Some legal commentators heralded the U.S. Supreme Court’s 2011 decision in Sorrell v. IMS Health, Inc. as a marked expansion of First Amendment protections for commercial speech. Sorrell held that content- or speaker-based restrictions on non-misleading commercial speech regarding lawful goods or services should be subjected to “heightened” judicial scrutiny. But whether Sorrell would have any practical effect on challenges to commercial-speech restrictions was far from clear, particularly because the Court did not explain what it meant by “heightened” scrutiny and because it struck down the speech restrictions at issue under the more relaxed “intermediate scrutiny” standard that it had been applying in commercial-speech cases for more than 30 years. Continue reading
In introducing an October 7, 2015 oversight hearing on the forthcoming 2015 Dietary Guidelines for Americans (DGA), House Agriculture Committee Chairman Michael Conaway stated, “It is essential that the guidance that comes out of this process can be trusted by the American people.” Chairman Conaway framed that remark in the context of the scientific evidence the 2015 Dietary Guidelines Advisory Committee (DGAC) relied upon in its Scientific Report. Lawmakers should question the quality of the report’s science, but their probe of the DGAC and its work shouldn’t stop there. Another, perhaps greater, threat to the Dietary Guidelines’ credibility is the significant breaches of federal law that occurred in the creation of the DGAC. Violations of the Federal Advisory Committee Act (FACA) infect the entire Scientific Report and call into question its recommendations and any federal regulatory proposals that rely on the report or the resulting DGA. Continue reading
A September 11, 2015 WLF Legal Pulse post, San Francisco’s Sweetened-Beverage Warning Mandate and Ad Ban Tread on First Amendment, discussed the serious constitutional infirmities of two advertising-restriction ordinances adopted in the City by the Bay. One ordinance imposed an immediate sweeping ban on ads for soda and other “sugary drinks” on city property; the other requires that warnings be included on billboards and other media that promoted those products by July 2016.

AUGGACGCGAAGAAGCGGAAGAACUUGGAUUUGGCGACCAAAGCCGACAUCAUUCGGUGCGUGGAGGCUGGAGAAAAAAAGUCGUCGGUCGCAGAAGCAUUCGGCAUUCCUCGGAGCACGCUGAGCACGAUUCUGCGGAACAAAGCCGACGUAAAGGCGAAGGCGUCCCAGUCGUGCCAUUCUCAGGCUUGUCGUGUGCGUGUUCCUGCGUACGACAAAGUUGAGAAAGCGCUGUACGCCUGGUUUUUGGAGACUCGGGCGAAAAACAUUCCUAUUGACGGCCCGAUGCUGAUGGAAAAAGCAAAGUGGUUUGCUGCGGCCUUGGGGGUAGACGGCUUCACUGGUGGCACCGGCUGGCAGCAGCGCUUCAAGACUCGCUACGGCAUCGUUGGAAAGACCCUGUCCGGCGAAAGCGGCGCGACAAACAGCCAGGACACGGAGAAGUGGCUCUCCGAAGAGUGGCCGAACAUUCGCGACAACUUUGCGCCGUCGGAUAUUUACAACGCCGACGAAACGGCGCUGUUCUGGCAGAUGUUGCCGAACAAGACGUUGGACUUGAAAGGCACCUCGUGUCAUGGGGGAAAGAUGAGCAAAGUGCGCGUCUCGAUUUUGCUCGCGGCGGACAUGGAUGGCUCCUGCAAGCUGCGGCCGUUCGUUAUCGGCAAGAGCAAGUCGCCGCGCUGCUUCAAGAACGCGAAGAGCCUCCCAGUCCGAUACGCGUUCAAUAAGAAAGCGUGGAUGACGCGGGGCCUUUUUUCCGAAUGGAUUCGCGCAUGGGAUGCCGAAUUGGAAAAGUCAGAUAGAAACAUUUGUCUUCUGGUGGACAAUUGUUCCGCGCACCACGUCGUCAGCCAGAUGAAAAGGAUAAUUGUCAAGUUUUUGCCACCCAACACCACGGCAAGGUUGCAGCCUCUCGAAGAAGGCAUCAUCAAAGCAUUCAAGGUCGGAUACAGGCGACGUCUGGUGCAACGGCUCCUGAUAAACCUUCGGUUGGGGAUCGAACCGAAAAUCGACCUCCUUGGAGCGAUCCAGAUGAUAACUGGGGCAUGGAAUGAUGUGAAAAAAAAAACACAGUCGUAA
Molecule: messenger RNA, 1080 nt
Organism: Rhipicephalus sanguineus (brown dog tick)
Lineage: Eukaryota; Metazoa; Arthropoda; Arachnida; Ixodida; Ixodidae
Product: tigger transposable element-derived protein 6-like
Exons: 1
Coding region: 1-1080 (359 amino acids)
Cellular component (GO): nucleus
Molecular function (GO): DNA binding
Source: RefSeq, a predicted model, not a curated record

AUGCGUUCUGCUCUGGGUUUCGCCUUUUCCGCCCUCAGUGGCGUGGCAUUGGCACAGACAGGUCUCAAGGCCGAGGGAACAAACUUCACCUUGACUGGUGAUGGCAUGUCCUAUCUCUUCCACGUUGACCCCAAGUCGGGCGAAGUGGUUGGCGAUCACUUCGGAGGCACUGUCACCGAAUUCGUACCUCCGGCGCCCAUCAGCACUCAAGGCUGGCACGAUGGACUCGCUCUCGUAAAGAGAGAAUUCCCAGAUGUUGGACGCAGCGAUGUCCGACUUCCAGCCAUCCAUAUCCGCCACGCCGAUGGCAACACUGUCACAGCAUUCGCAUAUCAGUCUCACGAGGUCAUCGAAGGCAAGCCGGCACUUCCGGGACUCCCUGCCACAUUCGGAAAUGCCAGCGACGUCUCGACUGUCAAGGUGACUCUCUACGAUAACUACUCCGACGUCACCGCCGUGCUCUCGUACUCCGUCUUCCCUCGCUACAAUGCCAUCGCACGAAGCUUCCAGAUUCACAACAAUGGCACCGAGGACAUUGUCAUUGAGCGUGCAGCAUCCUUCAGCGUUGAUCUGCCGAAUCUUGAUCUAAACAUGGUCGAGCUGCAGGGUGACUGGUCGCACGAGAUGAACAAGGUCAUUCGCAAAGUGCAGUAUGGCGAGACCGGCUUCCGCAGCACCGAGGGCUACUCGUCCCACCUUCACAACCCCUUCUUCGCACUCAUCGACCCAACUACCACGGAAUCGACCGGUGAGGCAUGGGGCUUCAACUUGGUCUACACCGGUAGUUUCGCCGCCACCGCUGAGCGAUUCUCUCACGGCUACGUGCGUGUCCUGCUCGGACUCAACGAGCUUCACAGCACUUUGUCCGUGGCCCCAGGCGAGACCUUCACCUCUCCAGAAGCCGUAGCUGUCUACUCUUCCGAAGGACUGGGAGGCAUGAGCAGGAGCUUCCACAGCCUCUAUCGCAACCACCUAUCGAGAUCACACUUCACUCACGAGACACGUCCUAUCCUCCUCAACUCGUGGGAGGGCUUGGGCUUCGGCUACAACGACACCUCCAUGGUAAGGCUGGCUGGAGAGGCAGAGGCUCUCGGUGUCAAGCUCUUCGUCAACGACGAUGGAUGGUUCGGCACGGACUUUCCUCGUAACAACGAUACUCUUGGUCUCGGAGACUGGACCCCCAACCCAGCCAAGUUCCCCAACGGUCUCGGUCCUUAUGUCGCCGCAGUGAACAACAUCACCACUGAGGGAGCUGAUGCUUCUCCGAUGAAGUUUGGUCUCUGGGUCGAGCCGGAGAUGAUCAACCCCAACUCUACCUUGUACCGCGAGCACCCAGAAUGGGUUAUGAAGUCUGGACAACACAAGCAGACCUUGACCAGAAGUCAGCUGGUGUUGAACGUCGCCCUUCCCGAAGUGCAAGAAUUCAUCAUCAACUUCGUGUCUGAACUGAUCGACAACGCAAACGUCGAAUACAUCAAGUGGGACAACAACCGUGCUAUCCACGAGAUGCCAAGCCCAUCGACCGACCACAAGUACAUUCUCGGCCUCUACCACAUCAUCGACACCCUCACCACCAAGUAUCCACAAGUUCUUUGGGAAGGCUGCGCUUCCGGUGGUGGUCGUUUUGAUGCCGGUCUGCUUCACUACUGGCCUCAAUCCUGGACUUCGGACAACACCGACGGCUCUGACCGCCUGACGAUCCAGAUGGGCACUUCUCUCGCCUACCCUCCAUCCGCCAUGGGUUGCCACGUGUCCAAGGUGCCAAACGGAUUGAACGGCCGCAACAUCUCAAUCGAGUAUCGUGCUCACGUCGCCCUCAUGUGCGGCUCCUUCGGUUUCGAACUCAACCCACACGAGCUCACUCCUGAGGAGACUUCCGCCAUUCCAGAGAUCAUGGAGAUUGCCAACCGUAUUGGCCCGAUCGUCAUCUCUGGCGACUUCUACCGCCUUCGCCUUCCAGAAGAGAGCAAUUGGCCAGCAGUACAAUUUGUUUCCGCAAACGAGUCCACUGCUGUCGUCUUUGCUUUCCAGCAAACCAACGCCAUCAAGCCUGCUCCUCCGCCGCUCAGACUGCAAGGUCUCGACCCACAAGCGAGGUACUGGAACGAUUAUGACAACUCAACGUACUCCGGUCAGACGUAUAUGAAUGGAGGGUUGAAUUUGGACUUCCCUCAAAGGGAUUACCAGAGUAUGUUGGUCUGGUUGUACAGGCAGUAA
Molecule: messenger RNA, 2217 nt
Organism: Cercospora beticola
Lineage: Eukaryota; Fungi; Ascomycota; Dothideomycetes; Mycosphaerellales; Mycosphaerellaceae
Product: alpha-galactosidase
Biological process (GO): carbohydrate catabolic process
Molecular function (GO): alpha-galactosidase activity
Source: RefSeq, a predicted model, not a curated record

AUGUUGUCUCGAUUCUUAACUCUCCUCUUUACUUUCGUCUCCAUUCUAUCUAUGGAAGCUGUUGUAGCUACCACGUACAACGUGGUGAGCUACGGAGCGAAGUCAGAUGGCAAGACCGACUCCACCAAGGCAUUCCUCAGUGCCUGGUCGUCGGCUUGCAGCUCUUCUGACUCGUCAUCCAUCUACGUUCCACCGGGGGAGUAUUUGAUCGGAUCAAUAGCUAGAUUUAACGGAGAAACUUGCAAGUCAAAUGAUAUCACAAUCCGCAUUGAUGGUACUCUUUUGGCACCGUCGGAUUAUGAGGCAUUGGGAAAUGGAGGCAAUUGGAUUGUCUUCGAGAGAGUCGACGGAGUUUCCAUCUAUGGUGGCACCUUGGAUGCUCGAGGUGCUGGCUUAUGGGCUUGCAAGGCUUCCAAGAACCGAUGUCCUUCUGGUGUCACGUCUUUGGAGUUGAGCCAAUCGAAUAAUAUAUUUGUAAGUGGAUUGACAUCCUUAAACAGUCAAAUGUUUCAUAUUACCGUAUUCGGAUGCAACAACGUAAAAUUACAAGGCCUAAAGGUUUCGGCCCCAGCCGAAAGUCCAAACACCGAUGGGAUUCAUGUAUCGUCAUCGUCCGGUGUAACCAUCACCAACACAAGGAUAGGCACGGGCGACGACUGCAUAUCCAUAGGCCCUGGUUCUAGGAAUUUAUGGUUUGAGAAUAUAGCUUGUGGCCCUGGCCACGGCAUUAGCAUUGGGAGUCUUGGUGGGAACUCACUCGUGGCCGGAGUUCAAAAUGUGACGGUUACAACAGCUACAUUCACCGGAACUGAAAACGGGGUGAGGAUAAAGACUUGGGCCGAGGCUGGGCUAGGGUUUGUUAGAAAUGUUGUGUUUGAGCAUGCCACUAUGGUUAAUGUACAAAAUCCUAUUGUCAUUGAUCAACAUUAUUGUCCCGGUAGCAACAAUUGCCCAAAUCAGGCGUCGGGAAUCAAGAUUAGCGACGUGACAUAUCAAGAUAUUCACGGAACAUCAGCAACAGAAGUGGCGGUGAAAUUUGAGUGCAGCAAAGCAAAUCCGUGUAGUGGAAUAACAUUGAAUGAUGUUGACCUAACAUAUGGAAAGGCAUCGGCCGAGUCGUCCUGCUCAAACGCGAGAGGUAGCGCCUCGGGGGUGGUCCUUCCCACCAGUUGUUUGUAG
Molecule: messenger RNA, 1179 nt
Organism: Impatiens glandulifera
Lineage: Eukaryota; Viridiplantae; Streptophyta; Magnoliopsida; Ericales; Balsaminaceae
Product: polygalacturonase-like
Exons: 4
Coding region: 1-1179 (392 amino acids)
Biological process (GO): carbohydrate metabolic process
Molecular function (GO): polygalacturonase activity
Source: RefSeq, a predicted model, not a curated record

The American Beverage Association (ABA) filed a First Amendment challenge to both ordinances, as well as a preliminary injunction requesting that the court put the city-property ad ban on hold. On August 25, the city asked the court to enter a stipulation and order stating that San Francisco agreed not to enforce the speech ban while ABA’s suit was pending.
On December 1, the Board of Supervisors repealed the advertising ban. The Board did not repeal the warning requirement, and ABA’s constitutional challenge of that ordinance remains pending in federal court. Supervisor Malia Cohen, who sponsored the now-repealed ad ban, sought to mitigate this acquiescence to constitutional reality at the meeting by remarking, “I want to assure you that the war rages on.”
No one seriously disputes that the government is entitled to adopt broadly applicable laws that require a product seller to disclose truthful information about its product so that consumers can know what they are buying. But governments with increasing frequency have been requiring sellers to convey information that cannot plausibly be deemed the sort of truthful, noncontroversial information that consumers expect to see on product labeling.